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About Owmuchonomy

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  • Birthday 02/09/59

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    Rejuvenated childhood interest in Astronomy. Photography, cycling, classic rock.
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  1. I like this presentation:
  2. I'm sure there is some science to it but more importantly it is a tried and tested method. However, the S@N article is talking about the Moon, an object half a degree across. If you wish to image Venus then yes you are going to need a lot more FL. For Venus, I am using a FL of at least 5 metres.
  3. It is suggesting the optimal focal length to aim for based upon your set up. So your 3x barlow is not far off to be honest. The result is also substantially affected by the seeing so its only a guide. I use a different approach and that is to aim for a f/ of around 5x my pixel size. So for my ASI174mm that equates to 5 x 5.8 or somewhere between f/25 and f/30. Hence I use a 2.5 x powermate in my C9.25 which is an f/10 scope. That said, i have tried a 5x powermate too on the Moon so f/50 which wasn't great but not bad using an IR pass filter.
  4. Nothing like jumping at the deep end! What planets are you going to image? Only Jupiter of the easier targets is available and that is very low I'm afraid. Unfortunately the opportunities for the next few years are very limited indeed. Looks like lunar then so what camera do you have and then we can answer your IR question. Is it mono or colour and how sensitive is it in the near IR? For example my mono ASI174MM is sensitive in the near IR so a benefit can be gained by using an IR pass filter because near IR is less affected by atmospheric turbulence. Some colour planetary cameras like the ASI290 have all pixels sensitive in near IR despite the Bayer matrix so you can use the IR pass to image in mono with them. My link below in the signature has some examples of recent IR pass captures.
  5. As Steve says, plus flashing LEDs on SW mounts usually means a low voltage issue in my experience. What power supply are you using?
  6. I have it if you can't find it from above. Let me know.
  7. Dont confuse Polar alignment with GoTo set up. They are different things. By all means get your PA reasonably close but your GoTo doesn't rely on it being spot on. It will be sufficient for GoTo and visual observations to align your mount by sighting along the OTA in its home position to Polaris. If you then want to refine your PA for imaging you can do it later. In fact, you can do it via the Synscan handset (if that is what you have); you don't need a polar scope.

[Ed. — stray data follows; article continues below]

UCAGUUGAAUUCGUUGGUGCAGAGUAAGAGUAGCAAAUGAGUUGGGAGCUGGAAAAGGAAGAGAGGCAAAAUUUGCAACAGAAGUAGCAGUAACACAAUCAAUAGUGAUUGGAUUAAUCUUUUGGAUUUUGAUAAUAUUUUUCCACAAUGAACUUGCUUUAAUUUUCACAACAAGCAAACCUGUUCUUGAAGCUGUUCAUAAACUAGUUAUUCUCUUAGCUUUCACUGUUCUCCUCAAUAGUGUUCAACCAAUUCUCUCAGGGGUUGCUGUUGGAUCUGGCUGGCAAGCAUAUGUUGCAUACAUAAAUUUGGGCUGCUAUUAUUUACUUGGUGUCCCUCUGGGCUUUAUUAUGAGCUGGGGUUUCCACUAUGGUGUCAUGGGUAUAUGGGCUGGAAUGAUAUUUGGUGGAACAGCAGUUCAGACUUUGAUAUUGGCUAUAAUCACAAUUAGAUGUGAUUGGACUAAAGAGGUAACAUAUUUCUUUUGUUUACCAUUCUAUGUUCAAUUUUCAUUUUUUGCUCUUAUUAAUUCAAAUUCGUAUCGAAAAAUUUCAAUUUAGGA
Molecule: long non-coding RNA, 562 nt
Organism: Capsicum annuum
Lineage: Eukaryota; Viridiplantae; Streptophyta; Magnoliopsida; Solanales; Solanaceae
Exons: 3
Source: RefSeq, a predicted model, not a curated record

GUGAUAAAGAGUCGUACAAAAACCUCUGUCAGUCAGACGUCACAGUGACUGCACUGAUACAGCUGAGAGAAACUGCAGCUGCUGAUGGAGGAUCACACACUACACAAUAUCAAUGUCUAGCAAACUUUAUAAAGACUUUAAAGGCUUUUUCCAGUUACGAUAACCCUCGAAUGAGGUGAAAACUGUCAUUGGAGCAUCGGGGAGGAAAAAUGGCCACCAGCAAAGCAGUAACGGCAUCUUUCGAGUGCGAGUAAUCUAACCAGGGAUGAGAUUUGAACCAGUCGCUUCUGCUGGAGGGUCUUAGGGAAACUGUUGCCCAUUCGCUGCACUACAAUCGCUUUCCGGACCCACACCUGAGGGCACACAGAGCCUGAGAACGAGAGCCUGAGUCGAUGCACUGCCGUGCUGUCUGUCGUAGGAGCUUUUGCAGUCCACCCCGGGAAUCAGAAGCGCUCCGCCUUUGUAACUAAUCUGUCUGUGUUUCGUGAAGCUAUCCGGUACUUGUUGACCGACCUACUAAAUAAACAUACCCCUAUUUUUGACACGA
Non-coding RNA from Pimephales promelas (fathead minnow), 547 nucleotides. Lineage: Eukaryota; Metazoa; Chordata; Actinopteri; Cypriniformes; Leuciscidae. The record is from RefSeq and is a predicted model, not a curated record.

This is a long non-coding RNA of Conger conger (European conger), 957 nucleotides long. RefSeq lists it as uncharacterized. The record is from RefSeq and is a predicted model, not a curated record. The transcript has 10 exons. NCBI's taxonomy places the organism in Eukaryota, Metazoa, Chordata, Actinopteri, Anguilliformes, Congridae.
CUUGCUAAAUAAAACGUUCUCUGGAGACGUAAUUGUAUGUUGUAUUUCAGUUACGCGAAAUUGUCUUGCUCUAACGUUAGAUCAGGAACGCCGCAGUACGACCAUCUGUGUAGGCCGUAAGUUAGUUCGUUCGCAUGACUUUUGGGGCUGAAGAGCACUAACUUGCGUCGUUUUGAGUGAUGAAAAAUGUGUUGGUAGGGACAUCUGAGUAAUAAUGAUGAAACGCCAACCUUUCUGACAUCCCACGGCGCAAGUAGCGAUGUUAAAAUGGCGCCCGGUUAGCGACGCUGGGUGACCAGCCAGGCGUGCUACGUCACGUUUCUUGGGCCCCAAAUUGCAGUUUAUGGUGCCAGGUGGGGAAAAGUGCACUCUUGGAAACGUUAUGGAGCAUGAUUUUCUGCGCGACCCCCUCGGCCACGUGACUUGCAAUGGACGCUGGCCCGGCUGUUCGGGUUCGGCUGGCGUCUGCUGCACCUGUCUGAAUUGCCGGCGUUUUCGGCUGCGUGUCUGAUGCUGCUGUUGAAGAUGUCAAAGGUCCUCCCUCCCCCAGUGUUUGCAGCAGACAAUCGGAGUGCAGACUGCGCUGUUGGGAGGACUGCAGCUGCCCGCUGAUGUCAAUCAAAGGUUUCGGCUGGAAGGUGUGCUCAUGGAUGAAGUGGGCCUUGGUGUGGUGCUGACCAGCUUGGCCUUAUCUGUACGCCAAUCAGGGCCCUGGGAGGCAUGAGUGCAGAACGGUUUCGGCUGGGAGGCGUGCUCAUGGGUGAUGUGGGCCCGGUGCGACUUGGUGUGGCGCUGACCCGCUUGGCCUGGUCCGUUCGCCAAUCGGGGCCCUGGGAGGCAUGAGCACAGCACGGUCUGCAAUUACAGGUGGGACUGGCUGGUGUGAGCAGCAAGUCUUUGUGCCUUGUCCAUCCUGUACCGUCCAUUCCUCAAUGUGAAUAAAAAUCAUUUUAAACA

8. The complexity and length of this thread just confirms your original suspicion. Oh yes, I have collimated two f/5 scopes in my time but then the clouds would roll in. For me, life was too short but then plenty of others way more experienced relish the challenge and can perform the procedure much better than I ever did. I'll get my coat...
  9. I don't have the AZEQ5 but rather the 6. The AZ mode is so convenient and I can have two visitors viewing the same thing with different scopes. I can also view/image the Sun in WL AND Ha at the same time! I think if you are mainly a visual observer and fancy imaging the Moon or Sun then it's an easy decision. Go for the AZEQ5. As Alex correctly points out, you don't need a polarscope to do polar alignment when you have a Synscan handset to do it for you. The only thing I don't know is what the load limit of the 5 is in Alt/Az mode?
  10. Very interesting post.
  11. If you go with your design and you think you will never wander around your pier whilst you are imaging then maybe you could get away with less. In fact, some folks on here mount their pier on a patio slab only in full knowledge it won't get disturbed.
  12. Like Carol says why not just have a ROR. I see no advantage in having the pier separated from the facility. It's not difficult to do and there is plenty of support and advice on this forum. You will get better weather protection and security for your mount. The pier looks a bit flimsy for me especially with the three gangly bolts holding up top plate. I am being slightly hypocritical here as I have the Altair pier which also has bolts, four of them but they are much more substantial than those in your choice. If I was starting again I would diy build the pier. Regarding your concrete block foundation then I would advise at least 700x700x700 and it should be isolated from the pit you dig and the floor above.
  13. The Twitter feed works really well but I guess I just missed that C14 Edge bargain I was after.
  14. Nothing wrong with that. Use an IR pass filter with the 224 so you can add a luminance channel too.
  15. Well done. It's likely things are going to get sparse for some time to come so we need to catch them while we can.